Photo of Zackary D. Knaub

Zackary D. Knaub brings deep New York government experience to his Environmental and Government Law & Policy practices. Prior to joining Greenberg Traurig, Zackary served as Interim Chief Counsel and First Assistant Counsel to Governor Andrew M. Cuomo, and before that, as Assistant Counsel to the Governor for Energy and the Environment. In these roles, Zackary advised Governor Cuomo and his administration on all legal issues related to executive actions, policies, and legislative initiatives. He coordinated the legal affairs and operations of over 100 State Executive Agencies, State Authorities, Public Benefit Corporations, and boards, and oversaw the day-to-day operations of the Office of the Governor’s Counsel. Zackary managed the development and negotiation of major legislation and gubernatorial initiatives. He supervised negotiations of all legislation in the Governor’s annual $175 Billion state budget and managed outside counsel in litigation. His public relations experience includes advising press and operations staff on crisis management strategies and public messaging of complex legal and policy initiatives.

Zackary has also defended and prosecuted environmental and commercial cases in state and federal courts, and before administrative tribunals, arbitration panels, and mediators for a wide range of businesses in areas of law including federal and state environmental laws, intellectual property, Federal Acquisitions Regulations, employment law and policy, insurance coverage, and environmental risk management.

Earlier this year New York state, conceding that its previously enacted siting law had not been effective in siting large-scale renewable energy projects, enacted the Accelerated Renewable Energy Growth and
Continue Reading Pleasing All the People Some of the Time: New York Simultaneously Proposes Regulations Implementing Its New Siting Law and Community Benefit Program for Renewable Projects

On July 15, 2020, President Trump’s administration finalized a significant overhaul of the regulations governing the administration of the National Environmental Policy Act (NEPA). In January 2020, when the regulatory overhaul was announced, we observed that rolling back 50 years of precedent in an administrative action could trigger judicial challenges to the rule and result in greater regulatory uncertainty for federal projects. The final rule, while making some relatively minor modifications, hews closely to its original terms, and does little to satisfy potential challengers.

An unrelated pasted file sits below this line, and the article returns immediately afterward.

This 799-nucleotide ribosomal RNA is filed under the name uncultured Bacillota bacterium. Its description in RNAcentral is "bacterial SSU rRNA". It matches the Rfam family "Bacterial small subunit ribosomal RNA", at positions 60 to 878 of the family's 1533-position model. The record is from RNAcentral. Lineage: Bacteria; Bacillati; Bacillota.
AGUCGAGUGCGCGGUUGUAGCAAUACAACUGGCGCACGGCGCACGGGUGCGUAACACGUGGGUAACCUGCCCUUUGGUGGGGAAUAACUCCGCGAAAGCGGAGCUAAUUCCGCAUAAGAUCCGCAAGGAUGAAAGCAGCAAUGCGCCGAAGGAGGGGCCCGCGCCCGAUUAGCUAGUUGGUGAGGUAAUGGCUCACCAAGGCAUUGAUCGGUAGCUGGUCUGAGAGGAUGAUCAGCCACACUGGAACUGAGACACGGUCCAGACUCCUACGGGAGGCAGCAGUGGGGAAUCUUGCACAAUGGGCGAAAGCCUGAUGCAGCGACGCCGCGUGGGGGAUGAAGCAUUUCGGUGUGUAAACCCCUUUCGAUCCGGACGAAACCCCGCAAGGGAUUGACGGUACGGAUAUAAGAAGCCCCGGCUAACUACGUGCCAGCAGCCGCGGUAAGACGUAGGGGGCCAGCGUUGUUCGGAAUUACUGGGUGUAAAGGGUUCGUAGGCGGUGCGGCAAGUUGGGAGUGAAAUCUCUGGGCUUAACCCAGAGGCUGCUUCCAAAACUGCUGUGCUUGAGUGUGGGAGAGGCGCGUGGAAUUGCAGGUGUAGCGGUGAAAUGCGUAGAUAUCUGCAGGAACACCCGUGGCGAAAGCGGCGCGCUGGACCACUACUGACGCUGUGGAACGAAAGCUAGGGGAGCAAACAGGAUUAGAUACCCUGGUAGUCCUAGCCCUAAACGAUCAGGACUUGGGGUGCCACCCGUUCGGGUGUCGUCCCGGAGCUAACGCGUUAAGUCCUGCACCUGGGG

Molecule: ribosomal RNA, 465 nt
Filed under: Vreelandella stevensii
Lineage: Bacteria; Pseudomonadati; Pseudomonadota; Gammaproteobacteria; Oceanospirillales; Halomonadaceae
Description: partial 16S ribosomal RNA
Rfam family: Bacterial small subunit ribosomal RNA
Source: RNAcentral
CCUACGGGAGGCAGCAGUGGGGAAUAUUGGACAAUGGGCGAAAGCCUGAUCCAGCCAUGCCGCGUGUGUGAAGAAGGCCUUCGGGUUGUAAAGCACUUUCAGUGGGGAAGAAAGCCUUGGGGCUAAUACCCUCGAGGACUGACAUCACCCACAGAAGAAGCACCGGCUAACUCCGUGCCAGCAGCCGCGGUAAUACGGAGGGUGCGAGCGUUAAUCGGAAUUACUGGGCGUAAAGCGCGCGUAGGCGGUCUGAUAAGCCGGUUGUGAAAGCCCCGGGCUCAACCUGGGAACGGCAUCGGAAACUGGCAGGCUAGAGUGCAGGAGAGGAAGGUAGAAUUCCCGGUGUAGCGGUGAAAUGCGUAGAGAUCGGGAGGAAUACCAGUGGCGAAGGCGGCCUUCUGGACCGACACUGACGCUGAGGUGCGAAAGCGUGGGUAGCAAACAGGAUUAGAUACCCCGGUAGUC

Continue Reading A Tale of Two Environmental Policies: President Trump Announces NEPA Reform, as Former Vice President Biden Vows to Roll Back Reforms If Elected

COVID-19’s impact on construction projects is mixed and varies by state. Many states consider construction an “essential” service, following guidance from the federal Department of Homeland Security, which issued a
Continue Reading For Developers and Owners: How COVID-19 Is Affecting Construction Projects and Actions You Should Consider

With New York Governor Andrew Cuomo pronouncing the state’s process for siting renewable energy projects broken, the New York State legislature late yesterday passed sweeping reforms to the siting of
Continue Reading New York State Legislature Passes Renewable Energy Siting Law In Step Toward Meeting Ambitious Renewable Energy Mandates

In January 2020, in his annual budget address, New York Gov. Andrew M. Cuomo proposed a complete overhaul of renewable energy siting. In his 30-day amendments to the executive budget, he proposed the Accelerated Renewable Energy Growth and Community Benefit Act (the “Act”). The proposal would apply to large and mid-sized renewable projects, energy storage, and transmission, as well as directing the state’s agencies and public authorities to establish incentive programs to deliver shovel-ready, permitted sites to developers. The bill signals a shift in thinking about renewable energy siting, from a bureaucratic energy regulatory issue sometimes hindered by fierce local opposition, to an economic development process focused on steering the train of jobs and economic benefits anticipated from renewables over the next decade as a result of the Climate Leadership and Community Protection Act (CLCPA), while continuing to ensure all environmental requirements are met. The bill will need to be approved by the legislature during the state budget negotiations that will occur over the next month.